By Leigh Patel
As child in elementary school, I distinctly remember being excited every time my teacher passed around the Scholastic Magazine. The paper of the magazine was thin, like newsprint. I’d fold the corners of the pages that had books I was interested in. Many times, I didn’t see anything and folded zero corners of the pages. It would be some time before I came to understand and question the power of a large corporation and its selection of what books it deemed worthy, in essence, to sell to young readers, teachers, and schools.
In October, Scholastic issued a statement to its authors and illustrators, detailing the corporation’s decision to create a separate section of their book fairs where books that included characters and issues related to sexuality, gender, and race could be found. How a book is determined to include race as part of its content, and another doesn’t, eludes the fact that racism is a category created to deliver relative privilege and risk to human beings. In their statement to authors and illustrators, Scholastic framed their decision to segregate books as a way of supporting “an almost impossible dilemma: back away from these titles or risk making teachers, librarians, and volunteers vulnerable to being fired, sued, or prosecuted.” Also, in its initial October statement, Scholastic declared: “To continue offering these books, as well as even more high interest titles, we created an additional collection called Share Every Story, Celebrate Every Voice for our U.S. elementary school fairs.” It’s notable that Scholastic, after creating an ‘other’ category of books that reflected the laws and local district policies banning books that address race, history, sexuality and gender, stated quite plainly that the segregated books were being offered alongside “even more high interest titles.”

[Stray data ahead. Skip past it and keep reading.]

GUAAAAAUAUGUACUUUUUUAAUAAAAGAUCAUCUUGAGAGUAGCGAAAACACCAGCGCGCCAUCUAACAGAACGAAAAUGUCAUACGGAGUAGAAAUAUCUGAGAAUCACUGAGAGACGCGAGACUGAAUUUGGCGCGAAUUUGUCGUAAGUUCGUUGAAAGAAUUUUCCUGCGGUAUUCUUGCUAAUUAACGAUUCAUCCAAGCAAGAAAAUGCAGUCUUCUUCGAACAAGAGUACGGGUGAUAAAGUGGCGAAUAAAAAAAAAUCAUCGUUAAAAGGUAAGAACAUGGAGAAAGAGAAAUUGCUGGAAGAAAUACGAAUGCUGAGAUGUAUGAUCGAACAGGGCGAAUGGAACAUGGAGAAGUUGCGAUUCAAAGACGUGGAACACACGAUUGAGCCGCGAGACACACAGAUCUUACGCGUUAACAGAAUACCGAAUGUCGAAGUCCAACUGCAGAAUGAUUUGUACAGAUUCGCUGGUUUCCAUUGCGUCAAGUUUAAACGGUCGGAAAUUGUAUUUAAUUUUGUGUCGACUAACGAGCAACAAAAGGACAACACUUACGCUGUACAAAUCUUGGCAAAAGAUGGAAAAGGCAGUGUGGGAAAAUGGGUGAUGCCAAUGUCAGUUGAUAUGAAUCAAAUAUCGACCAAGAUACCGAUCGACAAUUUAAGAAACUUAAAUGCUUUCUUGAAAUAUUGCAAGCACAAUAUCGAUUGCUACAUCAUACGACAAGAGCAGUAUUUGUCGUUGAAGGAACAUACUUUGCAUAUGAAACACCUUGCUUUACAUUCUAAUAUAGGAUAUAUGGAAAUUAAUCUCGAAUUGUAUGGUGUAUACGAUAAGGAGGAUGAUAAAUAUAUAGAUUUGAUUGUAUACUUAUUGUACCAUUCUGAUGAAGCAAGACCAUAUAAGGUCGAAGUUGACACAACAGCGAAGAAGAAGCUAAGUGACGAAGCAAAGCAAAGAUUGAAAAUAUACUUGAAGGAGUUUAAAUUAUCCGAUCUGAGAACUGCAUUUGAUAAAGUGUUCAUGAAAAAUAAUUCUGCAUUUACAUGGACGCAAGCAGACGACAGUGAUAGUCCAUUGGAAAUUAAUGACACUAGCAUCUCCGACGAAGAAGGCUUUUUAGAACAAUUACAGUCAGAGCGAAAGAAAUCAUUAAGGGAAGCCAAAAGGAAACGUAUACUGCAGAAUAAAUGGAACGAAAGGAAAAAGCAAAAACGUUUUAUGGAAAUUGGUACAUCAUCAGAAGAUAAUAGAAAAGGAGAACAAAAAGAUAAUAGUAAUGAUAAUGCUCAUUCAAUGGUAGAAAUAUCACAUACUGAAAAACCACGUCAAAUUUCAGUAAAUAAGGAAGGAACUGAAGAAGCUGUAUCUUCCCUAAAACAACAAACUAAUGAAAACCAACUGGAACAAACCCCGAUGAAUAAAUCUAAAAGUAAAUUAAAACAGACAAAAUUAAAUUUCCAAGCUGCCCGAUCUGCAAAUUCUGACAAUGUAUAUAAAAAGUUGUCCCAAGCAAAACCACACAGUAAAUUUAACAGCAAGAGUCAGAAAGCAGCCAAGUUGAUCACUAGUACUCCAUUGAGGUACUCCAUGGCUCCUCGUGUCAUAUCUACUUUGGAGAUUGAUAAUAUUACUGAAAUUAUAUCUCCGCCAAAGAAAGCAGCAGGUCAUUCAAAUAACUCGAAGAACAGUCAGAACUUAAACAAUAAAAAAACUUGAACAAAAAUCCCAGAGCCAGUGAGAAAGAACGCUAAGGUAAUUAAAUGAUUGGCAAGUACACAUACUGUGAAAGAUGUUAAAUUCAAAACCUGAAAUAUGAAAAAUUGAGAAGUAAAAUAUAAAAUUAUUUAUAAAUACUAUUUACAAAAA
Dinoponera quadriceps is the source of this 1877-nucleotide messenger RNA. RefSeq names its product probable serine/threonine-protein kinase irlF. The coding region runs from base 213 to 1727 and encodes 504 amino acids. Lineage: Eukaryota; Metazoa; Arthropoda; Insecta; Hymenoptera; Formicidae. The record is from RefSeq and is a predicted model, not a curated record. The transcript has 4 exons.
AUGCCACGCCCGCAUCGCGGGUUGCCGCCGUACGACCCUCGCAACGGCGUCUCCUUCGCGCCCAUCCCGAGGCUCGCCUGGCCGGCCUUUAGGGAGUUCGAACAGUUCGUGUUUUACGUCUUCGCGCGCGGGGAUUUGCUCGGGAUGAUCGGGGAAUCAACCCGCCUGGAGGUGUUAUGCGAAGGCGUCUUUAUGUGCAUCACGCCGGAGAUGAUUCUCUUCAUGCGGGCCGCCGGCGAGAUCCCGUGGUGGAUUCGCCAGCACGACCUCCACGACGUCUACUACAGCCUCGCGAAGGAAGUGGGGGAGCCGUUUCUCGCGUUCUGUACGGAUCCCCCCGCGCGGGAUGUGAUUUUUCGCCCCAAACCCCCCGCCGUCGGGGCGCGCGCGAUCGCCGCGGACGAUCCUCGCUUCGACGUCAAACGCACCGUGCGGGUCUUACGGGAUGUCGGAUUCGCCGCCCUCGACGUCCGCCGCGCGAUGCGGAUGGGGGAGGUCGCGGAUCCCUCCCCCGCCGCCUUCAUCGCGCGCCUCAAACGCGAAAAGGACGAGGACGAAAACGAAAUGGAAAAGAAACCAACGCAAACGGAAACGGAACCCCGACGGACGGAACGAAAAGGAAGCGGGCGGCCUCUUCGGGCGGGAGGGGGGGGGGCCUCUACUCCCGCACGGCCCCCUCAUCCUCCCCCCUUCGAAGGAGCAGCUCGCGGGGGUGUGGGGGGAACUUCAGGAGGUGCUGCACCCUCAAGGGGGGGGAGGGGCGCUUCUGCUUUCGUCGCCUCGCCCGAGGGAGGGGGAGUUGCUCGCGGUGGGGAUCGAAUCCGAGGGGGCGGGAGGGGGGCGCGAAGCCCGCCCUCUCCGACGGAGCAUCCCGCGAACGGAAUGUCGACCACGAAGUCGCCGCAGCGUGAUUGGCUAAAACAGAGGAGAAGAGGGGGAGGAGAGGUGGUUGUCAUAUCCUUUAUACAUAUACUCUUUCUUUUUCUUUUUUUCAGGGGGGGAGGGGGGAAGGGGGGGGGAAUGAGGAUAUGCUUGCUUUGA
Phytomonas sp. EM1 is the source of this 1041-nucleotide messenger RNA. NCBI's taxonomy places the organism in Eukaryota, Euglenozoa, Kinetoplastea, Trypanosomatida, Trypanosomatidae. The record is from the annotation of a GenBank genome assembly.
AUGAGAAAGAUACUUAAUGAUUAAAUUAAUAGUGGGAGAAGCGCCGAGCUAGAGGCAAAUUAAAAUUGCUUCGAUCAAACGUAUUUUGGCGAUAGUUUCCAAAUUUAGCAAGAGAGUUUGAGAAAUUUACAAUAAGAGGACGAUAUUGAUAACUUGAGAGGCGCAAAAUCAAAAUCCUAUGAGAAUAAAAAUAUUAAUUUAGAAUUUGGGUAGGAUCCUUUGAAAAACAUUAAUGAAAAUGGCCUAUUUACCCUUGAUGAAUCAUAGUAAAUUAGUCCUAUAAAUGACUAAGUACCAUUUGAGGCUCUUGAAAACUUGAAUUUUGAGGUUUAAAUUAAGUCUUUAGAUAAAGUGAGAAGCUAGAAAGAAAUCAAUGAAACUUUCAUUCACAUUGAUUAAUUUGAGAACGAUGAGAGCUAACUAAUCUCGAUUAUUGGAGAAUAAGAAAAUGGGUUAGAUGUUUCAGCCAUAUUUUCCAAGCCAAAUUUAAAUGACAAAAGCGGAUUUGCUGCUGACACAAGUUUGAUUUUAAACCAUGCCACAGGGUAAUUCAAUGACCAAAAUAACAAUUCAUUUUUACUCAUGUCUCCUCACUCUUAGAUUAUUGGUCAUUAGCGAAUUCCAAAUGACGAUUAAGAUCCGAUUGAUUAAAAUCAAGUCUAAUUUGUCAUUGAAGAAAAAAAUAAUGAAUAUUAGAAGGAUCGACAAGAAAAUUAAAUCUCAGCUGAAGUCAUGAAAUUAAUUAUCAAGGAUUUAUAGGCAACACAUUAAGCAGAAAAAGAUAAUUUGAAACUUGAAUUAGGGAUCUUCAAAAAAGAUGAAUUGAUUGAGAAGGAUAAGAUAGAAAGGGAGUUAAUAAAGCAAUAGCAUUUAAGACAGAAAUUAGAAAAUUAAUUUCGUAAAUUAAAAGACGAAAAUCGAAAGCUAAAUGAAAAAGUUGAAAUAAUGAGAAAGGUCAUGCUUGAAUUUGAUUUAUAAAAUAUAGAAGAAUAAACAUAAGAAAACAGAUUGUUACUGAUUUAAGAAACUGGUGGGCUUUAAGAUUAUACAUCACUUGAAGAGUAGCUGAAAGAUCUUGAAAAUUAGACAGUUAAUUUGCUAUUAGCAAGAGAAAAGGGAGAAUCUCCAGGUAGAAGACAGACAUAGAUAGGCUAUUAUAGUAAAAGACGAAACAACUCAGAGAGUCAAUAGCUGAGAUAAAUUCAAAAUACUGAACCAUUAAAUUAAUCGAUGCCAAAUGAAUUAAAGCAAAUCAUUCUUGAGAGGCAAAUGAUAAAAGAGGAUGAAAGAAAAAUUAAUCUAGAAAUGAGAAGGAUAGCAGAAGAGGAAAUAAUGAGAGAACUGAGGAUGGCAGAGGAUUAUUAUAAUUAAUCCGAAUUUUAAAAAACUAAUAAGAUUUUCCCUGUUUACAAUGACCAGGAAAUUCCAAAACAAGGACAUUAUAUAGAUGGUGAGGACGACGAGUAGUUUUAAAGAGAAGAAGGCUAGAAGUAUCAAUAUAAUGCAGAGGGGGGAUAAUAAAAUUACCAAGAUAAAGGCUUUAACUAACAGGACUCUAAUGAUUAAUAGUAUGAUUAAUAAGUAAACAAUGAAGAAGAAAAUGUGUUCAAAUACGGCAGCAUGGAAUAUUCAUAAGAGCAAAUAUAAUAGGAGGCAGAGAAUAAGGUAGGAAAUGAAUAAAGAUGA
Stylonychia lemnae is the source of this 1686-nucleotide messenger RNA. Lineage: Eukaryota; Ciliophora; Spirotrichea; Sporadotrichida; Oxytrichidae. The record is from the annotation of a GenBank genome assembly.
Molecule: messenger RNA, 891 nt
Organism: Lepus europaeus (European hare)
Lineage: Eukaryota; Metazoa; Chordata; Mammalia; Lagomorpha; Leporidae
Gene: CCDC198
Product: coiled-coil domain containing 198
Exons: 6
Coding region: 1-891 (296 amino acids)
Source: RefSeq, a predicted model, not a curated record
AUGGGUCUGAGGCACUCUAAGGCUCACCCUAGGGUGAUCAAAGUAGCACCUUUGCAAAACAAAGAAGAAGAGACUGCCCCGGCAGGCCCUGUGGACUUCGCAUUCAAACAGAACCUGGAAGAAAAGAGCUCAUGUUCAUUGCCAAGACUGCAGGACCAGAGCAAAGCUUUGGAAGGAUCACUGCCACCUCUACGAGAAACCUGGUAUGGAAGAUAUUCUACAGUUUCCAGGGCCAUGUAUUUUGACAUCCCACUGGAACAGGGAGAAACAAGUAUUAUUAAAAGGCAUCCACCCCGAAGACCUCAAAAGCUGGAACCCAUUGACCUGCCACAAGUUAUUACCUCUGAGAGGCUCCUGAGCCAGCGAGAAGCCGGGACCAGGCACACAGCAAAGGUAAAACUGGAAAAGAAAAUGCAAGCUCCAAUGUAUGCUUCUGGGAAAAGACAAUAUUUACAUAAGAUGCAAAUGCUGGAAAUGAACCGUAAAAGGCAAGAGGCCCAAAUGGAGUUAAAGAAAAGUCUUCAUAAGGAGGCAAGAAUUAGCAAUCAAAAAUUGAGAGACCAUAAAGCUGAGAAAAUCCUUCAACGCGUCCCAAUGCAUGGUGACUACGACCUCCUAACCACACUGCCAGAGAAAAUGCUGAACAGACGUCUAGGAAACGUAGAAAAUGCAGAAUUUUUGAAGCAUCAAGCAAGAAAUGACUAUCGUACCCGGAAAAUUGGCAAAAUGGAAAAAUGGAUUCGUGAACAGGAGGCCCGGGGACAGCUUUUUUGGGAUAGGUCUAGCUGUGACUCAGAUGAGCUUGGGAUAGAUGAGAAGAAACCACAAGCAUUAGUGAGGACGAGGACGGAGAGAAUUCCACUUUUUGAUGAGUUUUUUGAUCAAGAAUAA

There were not and are still not only two choices when it comes to banning books. The impossible dilemma that Scholastic names is one that serves and, in fact, reinforces local and state-level policies banning books that are written by people of color as well as books that include characters who are LGBTQIA2S. People live with multiple social opportunities and restrictions, including young readers are both Black and live with a disability as one example, but that recognition of intersectional realities is absent in Scholastic’s choice to, in essence, mark some books as diverse and segregate those books in its fairs. This is misinformed and, at worst, reckless in a time when book banning laws have been passed in 30 states.
With a net worth of $1.8 billion, Scholastic enjoyed a profit of $1.7 billion in 2023. That sizeable profit was an increase from the $1.65 billion in 2022. Along the same timeline, according to PEN America, the company has thirty-three different book magazines that are circulated through schools and book fairs to 13.5 million young readers. From the company’s home page, it proclaims its purpose as being a place and resource “[w]here kids choose the books they love and schools earn rewards.” When children are restricted from choice through the segregation of books and their authors and illustrators, what are they learning about love? What are they learning about their agency that is well beyond the parameters of what books they might be able to purchase?